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Four Reasons for Hope in the U.S. Energy Transition
Renewables January 10, 2024

2023 was a bleak year for the climate, with the hottest temperatures on record. But it was also a year when global renewable energy capacity increased 50% over last year, getting the world closer to the goal of tripling renewable capacity by 2030, according to the IEA. The U.S. energy transition made great strides thanks to a combination of government investment, incentives, innovation and public demand.

Here are four reasons to be hopeful about the energy transition in 2024:

1. Solar energy is surging

In the U.S., solar energy was a bright spot in 2023. The U.S. installed a record-breaking 33 gigawatts (GW) of solar energy, a 55% growth over last year. Utility-scale installations account for the major upswing, and are expected to have grown by 86% compared to last year, according to the Solar Energy Industries Association (SEIA) and Wood Mackenzie.


U.S. set to hit new record for solar installations

The Infrastructure Investment and Jobs Act (IIJA) and Inflation Reduction Act (IRA) have spurred investment in solar and storage in the U.S. According to Deloitte, utility-scale solar had the largest share of announced ($92 billion) and actual ($52 billion) investment across 38 states. The EIA predicts that solar electricity generation will continue to be the leading source of growth through the end of 2025, rising from 4% in 2023 to 7% in 2025. California, Texas, Florida, North Carolina and Arizona currently generate the most solar energy.

2. Coal-fired power generation is declining

U.S. energy-related CO2 emissions decreased 3% in 2023 compared to 2022, primarily due to the retirement of coal-fired power plants. Electricity generation from solar and wind in the U.S. is expected to surpass power generation from coal for the first time in 2024. However, natural gas production has increased to fill the gap left by coal, accounting for 41% of US power generation. The EIA predicts that in 2024, gas will have a 42% share of U.S. electricity, with coal at 15%, all renewables (not just wind and solar) at 24%, and nuclear at 19%.

3. Energy storage is expected to double

One of the biggest obstacles in the transition to clean energy is storage. Federal legislation, investment and innovation are super-charging the battery storage market. Texas and California are leading with new additions of battery storage. Battery storage could increase by 89% by the end of 2024 if all planned storage systems come online, according to the EIA. Battery storage capacity is expected to account for 21% of new US renewable capacity in 2024.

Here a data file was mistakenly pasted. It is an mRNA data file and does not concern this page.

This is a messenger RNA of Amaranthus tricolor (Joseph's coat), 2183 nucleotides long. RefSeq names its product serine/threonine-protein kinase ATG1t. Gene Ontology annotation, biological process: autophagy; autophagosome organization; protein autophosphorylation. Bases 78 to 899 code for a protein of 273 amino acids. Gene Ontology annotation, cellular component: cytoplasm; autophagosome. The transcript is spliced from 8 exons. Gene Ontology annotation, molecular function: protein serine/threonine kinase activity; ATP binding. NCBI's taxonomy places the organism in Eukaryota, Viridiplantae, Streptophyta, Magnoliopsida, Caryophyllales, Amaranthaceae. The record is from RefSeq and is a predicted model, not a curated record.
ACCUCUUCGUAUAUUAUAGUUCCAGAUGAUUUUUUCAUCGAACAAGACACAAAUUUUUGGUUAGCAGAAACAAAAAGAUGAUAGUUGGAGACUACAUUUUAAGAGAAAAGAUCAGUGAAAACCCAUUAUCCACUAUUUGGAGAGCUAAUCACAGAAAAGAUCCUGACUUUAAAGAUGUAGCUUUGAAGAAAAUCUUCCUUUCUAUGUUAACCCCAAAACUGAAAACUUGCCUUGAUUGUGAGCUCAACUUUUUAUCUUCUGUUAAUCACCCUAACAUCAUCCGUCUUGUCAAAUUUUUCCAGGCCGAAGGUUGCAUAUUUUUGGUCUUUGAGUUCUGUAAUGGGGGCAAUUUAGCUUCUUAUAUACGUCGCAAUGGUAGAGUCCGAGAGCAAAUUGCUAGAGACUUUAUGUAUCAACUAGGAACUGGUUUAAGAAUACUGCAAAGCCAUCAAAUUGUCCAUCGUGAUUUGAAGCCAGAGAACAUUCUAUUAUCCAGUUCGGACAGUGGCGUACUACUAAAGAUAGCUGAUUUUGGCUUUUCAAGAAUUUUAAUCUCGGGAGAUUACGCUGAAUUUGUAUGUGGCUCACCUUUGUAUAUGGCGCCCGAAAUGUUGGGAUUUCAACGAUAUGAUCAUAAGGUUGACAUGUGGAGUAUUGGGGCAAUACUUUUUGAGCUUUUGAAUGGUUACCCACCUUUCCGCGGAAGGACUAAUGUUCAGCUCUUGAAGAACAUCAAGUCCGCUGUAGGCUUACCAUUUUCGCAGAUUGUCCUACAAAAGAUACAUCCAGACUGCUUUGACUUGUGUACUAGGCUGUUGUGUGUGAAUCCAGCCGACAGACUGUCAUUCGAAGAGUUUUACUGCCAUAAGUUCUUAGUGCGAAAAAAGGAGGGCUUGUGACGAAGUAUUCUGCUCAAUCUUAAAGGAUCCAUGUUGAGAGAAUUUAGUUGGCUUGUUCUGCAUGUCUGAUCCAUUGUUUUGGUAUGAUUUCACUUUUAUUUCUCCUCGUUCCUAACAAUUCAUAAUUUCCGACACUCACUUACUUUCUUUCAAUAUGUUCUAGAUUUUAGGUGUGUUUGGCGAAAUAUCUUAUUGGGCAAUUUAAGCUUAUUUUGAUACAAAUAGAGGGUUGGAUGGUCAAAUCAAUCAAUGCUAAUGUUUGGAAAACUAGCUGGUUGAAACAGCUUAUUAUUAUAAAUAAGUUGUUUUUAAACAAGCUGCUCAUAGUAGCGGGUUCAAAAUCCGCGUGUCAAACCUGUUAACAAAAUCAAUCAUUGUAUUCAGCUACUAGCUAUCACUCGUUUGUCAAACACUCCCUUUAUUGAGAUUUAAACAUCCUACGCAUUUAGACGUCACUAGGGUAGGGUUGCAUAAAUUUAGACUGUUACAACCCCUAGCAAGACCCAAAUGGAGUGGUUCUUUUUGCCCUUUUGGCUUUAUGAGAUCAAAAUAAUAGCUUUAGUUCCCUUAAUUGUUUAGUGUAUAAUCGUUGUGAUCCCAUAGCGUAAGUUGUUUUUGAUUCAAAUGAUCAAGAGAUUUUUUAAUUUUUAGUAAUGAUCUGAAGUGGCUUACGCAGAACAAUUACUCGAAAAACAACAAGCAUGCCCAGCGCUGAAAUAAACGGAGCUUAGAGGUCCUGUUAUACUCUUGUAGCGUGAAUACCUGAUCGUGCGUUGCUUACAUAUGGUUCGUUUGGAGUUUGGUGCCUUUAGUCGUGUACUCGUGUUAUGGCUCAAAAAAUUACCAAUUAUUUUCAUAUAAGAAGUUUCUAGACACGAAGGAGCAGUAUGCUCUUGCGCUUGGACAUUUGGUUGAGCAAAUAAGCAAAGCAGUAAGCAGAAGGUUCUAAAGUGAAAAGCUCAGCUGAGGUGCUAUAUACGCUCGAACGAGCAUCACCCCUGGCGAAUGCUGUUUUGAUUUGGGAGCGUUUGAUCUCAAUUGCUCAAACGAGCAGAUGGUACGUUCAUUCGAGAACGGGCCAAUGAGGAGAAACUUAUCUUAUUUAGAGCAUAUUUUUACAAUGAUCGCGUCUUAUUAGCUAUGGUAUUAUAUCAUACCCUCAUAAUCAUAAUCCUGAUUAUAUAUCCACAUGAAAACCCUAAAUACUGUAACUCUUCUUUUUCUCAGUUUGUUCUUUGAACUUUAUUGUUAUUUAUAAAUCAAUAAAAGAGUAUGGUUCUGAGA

annual installed battery capacity

4. Historic federal investment to modernize the grid
Integrating more clean energy sources and storage into the grid requires upgrading the grid infrastructure to increase storage, expand transmission and ensure a reliable energy supply. Fortunately, right now the federal government is making the largest direct investment in the electric grid in history to help states and utilities make these upgrades.

As part of the Bipartisan Infrastructure Law, the government is administering the $10.5 billion Grid Resilience and Innovation Partnership (GRIP) Program to enhance grid flexibility and improve the resilience of the power system. States and regional partners have opportunities to use these federal funds to facilitate transmission planning and grid enhancements through early 2024. This includes $2 billion available in second-round GRIP competitive funds and $760 million in Transmission Siting and Economic Development program funding. (Learn more @ Itron.)

While challenges remain, the U.S. is making strong progress in its energy transition. 2024 looks to be a pivotal year to accelerate the transition to decarbonize our grid and pave the way to a cleaner energy future.


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